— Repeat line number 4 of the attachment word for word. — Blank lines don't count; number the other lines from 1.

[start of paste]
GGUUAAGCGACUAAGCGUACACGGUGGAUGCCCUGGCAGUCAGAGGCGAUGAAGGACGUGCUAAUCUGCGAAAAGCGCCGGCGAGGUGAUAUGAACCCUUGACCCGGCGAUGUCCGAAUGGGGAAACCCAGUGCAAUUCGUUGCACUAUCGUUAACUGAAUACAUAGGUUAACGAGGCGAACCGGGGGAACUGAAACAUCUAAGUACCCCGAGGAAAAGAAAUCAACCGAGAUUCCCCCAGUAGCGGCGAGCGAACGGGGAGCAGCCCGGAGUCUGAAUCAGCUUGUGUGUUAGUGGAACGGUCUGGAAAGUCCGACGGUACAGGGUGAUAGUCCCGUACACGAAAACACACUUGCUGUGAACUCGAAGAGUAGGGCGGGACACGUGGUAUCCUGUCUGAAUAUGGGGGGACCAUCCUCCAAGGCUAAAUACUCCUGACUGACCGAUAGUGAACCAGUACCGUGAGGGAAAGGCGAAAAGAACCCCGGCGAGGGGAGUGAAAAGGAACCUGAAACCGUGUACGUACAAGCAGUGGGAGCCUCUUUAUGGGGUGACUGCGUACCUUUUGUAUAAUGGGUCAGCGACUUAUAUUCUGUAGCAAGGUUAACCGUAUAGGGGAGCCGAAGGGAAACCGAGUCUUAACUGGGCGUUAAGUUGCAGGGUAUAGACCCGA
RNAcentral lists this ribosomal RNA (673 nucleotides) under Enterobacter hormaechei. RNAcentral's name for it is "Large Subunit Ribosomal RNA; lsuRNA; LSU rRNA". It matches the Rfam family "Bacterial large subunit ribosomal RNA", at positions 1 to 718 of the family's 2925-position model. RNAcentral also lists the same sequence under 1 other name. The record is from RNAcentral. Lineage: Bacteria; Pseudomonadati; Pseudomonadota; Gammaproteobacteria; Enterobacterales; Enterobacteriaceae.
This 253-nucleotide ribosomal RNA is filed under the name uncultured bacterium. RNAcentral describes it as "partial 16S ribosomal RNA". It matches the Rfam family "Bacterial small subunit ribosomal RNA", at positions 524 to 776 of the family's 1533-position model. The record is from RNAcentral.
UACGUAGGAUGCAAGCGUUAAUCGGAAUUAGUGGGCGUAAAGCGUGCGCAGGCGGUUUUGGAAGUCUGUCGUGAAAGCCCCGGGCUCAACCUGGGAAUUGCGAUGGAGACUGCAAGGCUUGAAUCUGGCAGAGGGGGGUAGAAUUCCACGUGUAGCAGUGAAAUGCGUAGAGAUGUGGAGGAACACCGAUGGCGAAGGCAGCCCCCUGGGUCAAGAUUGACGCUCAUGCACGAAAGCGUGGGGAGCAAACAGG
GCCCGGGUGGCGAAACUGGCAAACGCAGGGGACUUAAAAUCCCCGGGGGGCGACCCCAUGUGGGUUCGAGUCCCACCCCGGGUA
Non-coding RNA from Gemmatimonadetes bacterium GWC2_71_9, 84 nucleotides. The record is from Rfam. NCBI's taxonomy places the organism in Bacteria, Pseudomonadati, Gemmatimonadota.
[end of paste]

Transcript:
UACGUAGGAUGCAAGCGUUAAUCGGAAUUAGUGGGCGUAAAGCGUGCGCAGGCGGUUUUGGAAGUCUGUCGUGAAAGCCCCGGGCUCAACCUGGGAAUUGCGAUGGAGACUGCAAGGCUUGAAUCUGGCAGAGGGGGGUAGAAUUCCACGUGUAGCAGUGAAAUGCGUAGAGAUGUGGAGGAACACCGAUGGCGAAGGCAGCCCCCUGGGUCAAGAUUGACGCUCAUGCACGAAAGCGUGGGGAGCAAACAGG